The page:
Pearl Diver – 4 – Final part

PLEASE NOTE: the following article was written in 2019 and therefore some of the references are now dated but hopefully the advice is still current!


Welcome to the final article in the Pearl Diver series where we will consider the selling strategies and choices we have when it comes to collecting whiskey. We will also look at the critical subject of how to store a whiskey collection. There are two more suggested golden rules to consider and we will also recap all 10 rules that we have used in the full series.

But first… let’s talk about fake whiskey .. they are out there folks!!

Beware of Fakes!

Last year (July 2018) McCallan removed some of their bottles from their museum in their brand new visitors centre as they feared a few historical important bottles they had acquired were fakes. It is enlightening and frightening to think that a distillery themselves could purchase fake bottles of their own whisky. 

There are a number of factors that will influence whether you are likely to be operating in a market where fakes are prevalent. There are a number of precautions you can take to lessen the risk. The obvious safest way to buy is in the primary market only. I.e. straight from distillery or appointed retailer. Keep your purchase receipt which will make it easier to sell to secondary markets that may be wary of buying fakes themselves. Buying from reputable auction houses does not completely eliminate the danger of buying a fake, but it certainly improves the odds considerably. The lower the bottle price the less likely that counterfeiters are going to be interested in faking those particular bottles. It is likely that its only probably prevalent above €400 bottles.

If you are buying  across borders especially from a country where the whiskey did not originate in the first place and it’s a leading distillery product in their leading collectables then there is greater risk of coming across fakes. Study photographs closely and know what the original distillery seal looked like for the age of the bottle.  Ask the auction house to show you the very top view  because while many distilleries use plain sided seals the very top should have the  appropriate design for the period. However fakes are hard to spot, even if they look perfect they could still be fakes. 

Keep your receipt from where you bought your bottles that will help track backwards should there be question marks later when you are selling your bottles 

Golden Rule #9 Decide your selling criteria before it comes time to sell.

Passionate whiskey drinkers may dislike admitting that they have become a collector and now need to treat it seriously. Selling  can be a big challenge for many whiskey folk. It can be hard to let go and it can be hard to figure out how and what to sell.

A down side to collecting anything that you are clearly passionate about is that it can be hard to sell. It’s very easy to justify to oneself why not to sell. Is it the best time from a marketplace perspective? Do I really need to sell?  I’ll never get to drink this rare whiskey? Maybe it will be worth more next year? I’ll never see this bottle again?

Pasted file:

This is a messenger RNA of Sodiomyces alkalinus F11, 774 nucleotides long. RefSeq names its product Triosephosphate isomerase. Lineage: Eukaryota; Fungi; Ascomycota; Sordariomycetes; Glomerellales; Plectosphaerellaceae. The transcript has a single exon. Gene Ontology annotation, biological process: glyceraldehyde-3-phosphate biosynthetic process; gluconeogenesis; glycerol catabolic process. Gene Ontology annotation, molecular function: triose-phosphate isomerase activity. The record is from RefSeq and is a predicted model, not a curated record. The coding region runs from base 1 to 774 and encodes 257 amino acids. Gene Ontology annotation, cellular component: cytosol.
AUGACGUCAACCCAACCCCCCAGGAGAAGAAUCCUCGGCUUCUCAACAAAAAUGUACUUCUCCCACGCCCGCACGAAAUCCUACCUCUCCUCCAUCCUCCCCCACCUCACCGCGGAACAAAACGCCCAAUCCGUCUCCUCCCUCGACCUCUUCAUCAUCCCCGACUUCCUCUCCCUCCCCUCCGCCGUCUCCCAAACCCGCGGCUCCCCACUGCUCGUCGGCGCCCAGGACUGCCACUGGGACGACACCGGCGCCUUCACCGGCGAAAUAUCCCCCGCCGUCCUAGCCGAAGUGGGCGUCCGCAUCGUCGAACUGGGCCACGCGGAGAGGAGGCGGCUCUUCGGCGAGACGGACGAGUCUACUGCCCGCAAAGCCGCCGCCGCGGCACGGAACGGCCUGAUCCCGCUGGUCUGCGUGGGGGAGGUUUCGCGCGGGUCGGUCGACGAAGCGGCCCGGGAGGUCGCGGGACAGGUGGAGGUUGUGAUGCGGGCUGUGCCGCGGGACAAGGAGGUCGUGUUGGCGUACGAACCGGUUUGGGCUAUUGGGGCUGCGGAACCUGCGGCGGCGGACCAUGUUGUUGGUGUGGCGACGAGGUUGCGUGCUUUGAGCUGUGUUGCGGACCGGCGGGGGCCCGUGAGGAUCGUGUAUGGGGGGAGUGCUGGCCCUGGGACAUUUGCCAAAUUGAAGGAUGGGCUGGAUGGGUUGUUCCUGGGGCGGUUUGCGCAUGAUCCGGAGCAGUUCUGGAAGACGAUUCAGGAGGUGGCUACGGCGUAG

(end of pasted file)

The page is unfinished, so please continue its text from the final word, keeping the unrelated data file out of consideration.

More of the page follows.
The only unknown factor we should not be able to work out when making a commercial selling decision is will the price rise in the future!. Everything else can be worked out in advance, what margin we accept? Who to sell to? How does this fit with my collecting strategy?

The real reason for not selling may not be logical. It’s simply because we become attached to our collection and it becomes emotionally difficult to sell. This is absolutely fine given the complicated reasons why we collect anything but it’s just as important to understand what drives us. If you are comfortable about the amount of money you spend on what you deem to be a hobby then there is no issue whatsoever. 

However many people have found themselves spending serious amount of money in an unpanned manner, getting caught up in the market fever and for them it might be time to take stock(literally!) and sell as wisely as possible.

It’s important to sell off or drink your mistake. If your new found passion for research tells you have bought the wrong bottle at the wrong price or at the  wrong time – cash it in or drink it… it’s not going to improve over time.

Track the international whiskey markets and general economic climate.

It is critical to remember that we are dealing in  a non-essential commodity and is subject to the whims and vagrancies of international financial  trends. Your whiskey collection can be subject to rapid fall off in value and popularity if recessions come along. Having your selling strategy prepared in advance can help greatly in this situation.